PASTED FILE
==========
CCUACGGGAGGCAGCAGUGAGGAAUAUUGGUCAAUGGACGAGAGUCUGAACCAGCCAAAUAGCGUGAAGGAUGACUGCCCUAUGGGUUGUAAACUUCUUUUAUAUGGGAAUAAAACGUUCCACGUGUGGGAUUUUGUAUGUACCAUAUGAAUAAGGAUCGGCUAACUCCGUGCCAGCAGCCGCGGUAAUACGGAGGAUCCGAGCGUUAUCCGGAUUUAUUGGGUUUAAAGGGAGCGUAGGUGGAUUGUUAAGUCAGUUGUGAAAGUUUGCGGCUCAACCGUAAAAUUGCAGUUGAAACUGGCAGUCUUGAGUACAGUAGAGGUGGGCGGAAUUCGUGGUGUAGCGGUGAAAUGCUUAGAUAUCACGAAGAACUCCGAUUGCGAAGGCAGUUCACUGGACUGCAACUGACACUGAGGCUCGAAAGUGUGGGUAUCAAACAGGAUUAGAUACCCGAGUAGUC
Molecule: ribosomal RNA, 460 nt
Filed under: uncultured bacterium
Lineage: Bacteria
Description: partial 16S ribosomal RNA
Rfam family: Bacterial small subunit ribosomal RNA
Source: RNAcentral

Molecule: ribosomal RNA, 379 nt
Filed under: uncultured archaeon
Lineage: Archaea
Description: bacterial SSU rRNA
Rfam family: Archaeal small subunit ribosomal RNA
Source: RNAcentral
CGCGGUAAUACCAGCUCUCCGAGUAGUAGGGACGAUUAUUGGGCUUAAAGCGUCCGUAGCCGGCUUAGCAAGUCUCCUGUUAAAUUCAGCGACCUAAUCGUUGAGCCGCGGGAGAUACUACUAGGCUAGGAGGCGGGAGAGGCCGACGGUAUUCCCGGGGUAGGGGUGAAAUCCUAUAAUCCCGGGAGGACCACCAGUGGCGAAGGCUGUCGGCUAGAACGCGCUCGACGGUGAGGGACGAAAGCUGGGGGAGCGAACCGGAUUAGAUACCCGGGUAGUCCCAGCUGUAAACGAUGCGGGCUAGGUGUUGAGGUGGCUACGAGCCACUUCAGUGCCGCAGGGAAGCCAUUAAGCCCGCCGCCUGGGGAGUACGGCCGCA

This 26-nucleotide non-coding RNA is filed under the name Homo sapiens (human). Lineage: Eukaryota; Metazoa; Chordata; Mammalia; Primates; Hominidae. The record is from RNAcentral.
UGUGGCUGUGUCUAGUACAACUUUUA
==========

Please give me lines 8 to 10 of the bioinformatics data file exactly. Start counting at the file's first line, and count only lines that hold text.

Molecule: ribosomal RNA, 379 nt
Filed under: uncultured archaeon
Lineage: Archaea